Tiny homes: Living large by living small

Today’s guest blogger is D. Salmons.

Today the trend for the environment-conscious consumer is to live in more modest means. Instead of searching out the next McMansion, we are looking for practical size homes that are easier to maintain and has less of an impact on our limited resources. But some people are following this to an extreme, and are living in what could be considered a tiny home.

How Tiny is Tiny
TH_TinyhouseWhen we talk about a tiny home as compared to a typical family dwelling, exactly how much smaller is it? Well, tiny homes come in many shapes and sizes, but a 500-square foot home is typical of the type. And with the diminished size comes a diminished price tag, with most tiny homes going for $40,000 – $50,000 in a ready to go state.

Of course, a 500 square foot home — or less — is probably not going to meet a lot of existing housing regulations, and for that reason you will find most tiny homes fully equipped with wheels. But it also simplifies the delivery process, and allows for future flexibility. But tiny homes are built to a higher standard than a typical mobile home, and you find them in many more eye-catching designs.

Full or Part Time Housing

Not everyone uses a tiny home as a full time homestead. Some people park them in woods or other ideal locations and use them as minimalist vacation retreats. Still others see the tiny homes as a great home office for the back yard. But most people that are buying or building tiny homes are using them as their primary residence.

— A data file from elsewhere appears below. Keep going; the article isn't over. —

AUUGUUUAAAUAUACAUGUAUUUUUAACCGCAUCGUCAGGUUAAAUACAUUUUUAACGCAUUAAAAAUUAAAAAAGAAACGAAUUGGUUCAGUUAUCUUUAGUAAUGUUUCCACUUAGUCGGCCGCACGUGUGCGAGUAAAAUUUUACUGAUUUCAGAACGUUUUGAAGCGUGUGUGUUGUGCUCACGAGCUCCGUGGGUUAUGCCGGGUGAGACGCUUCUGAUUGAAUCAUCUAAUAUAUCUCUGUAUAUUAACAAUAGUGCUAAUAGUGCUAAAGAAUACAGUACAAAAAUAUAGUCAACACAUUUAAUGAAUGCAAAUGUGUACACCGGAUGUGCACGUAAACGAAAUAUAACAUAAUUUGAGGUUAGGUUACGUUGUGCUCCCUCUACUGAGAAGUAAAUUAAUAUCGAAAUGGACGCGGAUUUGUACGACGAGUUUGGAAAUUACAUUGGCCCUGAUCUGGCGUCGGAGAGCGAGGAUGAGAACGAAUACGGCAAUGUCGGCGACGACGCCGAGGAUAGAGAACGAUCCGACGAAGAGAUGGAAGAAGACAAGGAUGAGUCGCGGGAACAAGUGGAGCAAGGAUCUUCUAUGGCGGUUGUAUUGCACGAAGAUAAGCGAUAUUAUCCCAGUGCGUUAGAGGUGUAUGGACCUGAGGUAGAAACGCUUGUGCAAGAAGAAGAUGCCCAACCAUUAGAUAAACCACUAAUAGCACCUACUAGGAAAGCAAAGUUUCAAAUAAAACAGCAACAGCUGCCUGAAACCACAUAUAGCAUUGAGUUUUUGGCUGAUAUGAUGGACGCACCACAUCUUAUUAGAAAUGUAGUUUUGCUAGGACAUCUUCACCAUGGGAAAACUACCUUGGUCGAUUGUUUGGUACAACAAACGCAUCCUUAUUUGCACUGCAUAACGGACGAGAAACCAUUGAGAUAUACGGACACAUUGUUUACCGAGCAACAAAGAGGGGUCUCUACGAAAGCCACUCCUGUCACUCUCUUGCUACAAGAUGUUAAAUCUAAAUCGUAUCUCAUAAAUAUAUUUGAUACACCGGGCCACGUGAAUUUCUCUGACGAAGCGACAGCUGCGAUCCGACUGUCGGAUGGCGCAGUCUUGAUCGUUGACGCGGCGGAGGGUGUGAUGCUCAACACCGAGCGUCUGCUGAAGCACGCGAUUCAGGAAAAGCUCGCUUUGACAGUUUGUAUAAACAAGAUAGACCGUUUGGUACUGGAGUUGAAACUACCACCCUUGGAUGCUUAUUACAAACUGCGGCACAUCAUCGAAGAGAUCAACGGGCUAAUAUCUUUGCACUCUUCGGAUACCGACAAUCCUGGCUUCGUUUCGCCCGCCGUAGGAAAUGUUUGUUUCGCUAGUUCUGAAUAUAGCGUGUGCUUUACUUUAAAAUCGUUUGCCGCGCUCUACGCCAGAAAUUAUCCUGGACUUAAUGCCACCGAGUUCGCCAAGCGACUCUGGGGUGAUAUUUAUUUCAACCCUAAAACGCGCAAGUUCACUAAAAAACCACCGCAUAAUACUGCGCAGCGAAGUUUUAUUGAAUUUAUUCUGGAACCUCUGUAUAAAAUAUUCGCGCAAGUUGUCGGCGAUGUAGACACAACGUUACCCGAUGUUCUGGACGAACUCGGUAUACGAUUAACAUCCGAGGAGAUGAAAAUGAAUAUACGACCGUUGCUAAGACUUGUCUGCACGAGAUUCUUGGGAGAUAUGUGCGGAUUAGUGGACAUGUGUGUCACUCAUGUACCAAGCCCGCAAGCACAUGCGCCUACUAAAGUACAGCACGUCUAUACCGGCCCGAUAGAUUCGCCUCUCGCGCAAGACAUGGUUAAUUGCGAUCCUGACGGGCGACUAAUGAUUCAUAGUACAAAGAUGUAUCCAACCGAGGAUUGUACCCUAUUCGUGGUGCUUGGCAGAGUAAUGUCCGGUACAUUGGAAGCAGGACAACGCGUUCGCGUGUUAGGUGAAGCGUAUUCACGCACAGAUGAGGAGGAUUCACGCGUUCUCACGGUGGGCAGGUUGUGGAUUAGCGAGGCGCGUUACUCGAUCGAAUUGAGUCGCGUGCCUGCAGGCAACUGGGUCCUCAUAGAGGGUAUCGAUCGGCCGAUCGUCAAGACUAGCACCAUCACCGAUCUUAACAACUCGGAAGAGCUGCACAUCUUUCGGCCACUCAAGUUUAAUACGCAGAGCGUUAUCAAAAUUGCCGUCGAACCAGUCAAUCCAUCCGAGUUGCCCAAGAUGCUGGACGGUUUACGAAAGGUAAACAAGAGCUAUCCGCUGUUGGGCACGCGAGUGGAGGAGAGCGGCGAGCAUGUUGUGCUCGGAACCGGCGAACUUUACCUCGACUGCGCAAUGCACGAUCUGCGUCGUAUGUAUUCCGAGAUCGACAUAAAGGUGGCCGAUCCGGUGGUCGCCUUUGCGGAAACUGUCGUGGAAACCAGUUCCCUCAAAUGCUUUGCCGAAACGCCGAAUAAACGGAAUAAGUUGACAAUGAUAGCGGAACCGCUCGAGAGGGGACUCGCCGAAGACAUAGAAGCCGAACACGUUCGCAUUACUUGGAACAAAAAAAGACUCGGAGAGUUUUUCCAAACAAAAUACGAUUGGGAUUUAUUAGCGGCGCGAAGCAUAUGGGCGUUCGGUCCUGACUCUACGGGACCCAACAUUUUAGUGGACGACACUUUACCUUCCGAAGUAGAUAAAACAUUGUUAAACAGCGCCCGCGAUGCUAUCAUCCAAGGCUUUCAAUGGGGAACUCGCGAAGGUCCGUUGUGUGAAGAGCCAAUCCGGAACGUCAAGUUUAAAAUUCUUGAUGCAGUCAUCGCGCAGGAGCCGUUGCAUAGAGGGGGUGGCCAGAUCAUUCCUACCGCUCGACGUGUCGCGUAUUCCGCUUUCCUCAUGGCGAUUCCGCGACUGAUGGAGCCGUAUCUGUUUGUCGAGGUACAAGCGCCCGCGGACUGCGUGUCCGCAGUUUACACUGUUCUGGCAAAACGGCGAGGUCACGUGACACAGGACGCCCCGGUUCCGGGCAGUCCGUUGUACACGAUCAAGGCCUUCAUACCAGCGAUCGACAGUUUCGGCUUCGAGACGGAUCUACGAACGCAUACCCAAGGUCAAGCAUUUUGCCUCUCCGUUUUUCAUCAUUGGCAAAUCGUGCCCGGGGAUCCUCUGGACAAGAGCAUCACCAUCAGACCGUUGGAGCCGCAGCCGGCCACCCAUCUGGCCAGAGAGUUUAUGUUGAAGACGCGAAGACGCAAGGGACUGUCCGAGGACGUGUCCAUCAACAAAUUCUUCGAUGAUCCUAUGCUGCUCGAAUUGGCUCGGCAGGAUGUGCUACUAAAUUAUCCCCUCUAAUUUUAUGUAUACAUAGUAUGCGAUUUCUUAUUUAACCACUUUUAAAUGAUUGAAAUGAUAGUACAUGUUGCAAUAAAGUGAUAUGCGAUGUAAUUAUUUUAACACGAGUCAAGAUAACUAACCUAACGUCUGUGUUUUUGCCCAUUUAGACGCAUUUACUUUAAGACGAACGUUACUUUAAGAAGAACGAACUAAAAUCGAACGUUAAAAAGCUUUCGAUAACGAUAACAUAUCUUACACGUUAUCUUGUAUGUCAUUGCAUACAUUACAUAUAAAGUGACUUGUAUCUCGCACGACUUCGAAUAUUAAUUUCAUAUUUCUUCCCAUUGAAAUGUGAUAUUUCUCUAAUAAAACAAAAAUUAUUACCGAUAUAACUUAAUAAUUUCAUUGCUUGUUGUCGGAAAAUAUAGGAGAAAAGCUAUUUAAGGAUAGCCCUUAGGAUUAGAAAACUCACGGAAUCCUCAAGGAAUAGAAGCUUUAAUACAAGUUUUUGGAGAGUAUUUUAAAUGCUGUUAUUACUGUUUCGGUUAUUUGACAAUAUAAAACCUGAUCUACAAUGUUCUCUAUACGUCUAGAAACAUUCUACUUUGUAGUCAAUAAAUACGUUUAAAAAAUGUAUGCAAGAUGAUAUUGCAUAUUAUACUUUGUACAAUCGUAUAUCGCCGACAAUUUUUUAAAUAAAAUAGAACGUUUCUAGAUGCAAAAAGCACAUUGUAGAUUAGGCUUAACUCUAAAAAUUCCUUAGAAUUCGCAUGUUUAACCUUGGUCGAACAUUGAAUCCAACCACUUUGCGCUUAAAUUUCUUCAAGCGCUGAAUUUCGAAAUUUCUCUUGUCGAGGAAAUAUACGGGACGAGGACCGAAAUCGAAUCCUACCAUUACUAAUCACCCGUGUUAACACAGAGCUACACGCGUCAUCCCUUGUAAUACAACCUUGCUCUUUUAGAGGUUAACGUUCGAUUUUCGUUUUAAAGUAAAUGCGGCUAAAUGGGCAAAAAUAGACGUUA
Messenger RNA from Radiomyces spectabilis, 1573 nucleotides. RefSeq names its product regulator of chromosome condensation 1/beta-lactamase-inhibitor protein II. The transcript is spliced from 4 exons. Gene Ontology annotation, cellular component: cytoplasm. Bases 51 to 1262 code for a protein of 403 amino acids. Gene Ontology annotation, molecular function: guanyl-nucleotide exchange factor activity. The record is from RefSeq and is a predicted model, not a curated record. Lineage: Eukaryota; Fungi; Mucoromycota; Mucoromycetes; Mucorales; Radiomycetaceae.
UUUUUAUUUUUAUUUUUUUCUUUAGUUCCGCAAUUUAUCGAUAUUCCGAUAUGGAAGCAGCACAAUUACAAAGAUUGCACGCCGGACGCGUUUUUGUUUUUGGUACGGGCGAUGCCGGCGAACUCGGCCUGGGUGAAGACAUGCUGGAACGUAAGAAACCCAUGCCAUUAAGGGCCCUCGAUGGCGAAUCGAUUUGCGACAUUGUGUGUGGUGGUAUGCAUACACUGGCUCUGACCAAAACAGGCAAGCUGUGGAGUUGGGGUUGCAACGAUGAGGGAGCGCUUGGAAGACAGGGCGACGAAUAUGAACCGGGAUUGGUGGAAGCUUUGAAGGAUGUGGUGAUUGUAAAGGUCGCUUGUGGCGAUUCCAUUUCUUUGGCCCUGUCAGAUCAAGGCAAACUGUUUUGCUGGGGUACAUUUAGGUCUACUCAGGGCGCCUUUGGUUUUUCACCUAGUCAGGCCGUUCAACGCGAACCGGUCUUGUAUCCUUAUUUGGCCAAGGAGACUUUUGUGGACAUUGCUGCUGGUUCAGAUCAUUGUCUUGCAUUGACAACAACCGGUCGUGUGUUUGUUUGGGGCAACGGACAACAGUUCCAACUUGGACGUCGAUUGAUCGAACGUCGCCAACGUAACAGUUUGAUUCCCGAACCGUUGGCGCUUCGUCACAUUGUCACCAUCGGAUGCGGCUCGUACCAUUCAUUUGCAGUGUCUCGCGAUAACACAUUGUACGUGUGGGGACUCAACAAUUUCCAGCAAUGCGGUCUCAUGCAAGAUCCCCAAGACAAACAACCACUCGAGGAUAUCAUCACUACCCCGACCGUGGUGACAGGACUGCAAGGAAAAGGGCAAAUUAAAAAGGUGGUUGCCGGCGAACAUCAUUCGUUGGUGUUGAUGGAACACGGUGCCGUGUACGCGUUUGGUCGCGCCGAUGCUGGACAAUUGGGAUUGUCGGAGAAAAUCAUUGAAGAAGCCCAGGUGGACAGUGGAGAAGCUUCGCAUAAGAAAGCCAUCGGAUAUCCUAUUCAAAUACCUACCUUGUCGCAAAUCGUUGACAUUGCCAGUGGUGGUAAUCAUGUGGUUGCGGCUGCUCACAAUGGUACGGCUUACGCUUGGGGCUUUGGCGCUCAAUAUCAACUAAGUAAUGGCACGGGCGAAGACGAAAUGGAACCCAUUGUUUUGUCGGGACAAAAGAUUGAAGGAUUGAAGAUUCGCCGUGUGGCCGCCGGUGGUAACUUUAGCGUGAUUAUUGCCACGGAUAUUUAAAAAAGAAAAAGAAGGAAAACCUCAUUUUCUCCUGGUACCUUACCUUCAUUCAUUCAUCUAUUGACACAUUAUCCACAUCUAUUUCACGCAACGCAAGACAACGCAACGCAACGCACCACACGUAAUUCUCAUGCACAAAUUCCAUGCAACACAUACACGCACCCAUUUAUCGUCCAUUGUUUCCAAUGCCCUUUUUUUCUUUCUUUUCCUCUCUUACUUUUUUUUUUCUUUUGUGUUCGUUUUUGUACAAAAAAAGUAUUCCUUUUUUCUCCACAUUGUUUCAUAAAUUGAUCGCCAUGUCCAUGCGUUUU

In today’s seemingly consumer driven world, downsizing drastically to a tiny home might seem to be bucking the trend, but it would appear to be a good move to make for saving financial as well as planetary resources.

Kent Griswold, the guy behind the Tiny House Blog, sees an interest growing in tiny homes from both the young starting out and the retiring. According to Griswold,

There’s been a huge interest in people downsizing and there are a lot of young people who don’t want to be tied down with a huge mortgage and want to build their own space.

Growing Interest

Jay Shafer, co-founder of the Small House Society and author of “The Small House Book”, has seen the interest in tiny homes grow a lot in the past few years. The Small House Society has seen its subscriber base expand to 1800 from only 300 five years ago.

Another tiny home venture that Schafer is co-owner of is called the Tumbleweeds Tiny Home company, and they have seen home blueprint sales increase to about 50 per year, up from 10 or so five years ago.

The Tiny Home Lifestyle

Of course, living in a tiny home requires a certain mindset that many consumer driven types might find difficult to master. According to Gregory Johnson, the other co-founder of the Small House society,

You start to peel away the things that are unnecessary. It helps you define your priorities with regard to your material things.

Johnson should know what it takes to live in a tiny home. His experiences in living small led him to writing the book, “Put Your Life on a Diet: Lessons Learned from Living in 140 Square Feet”.

To live in a tiny home, one does need to determine what is important to their lifestyle, and focus on only that. When you simply do not have room for a lot of extra junk, you soon find that the idea of buying is simply not a driving force in your life anymore. The entire process can almost be a re-focusing of both energy and resources.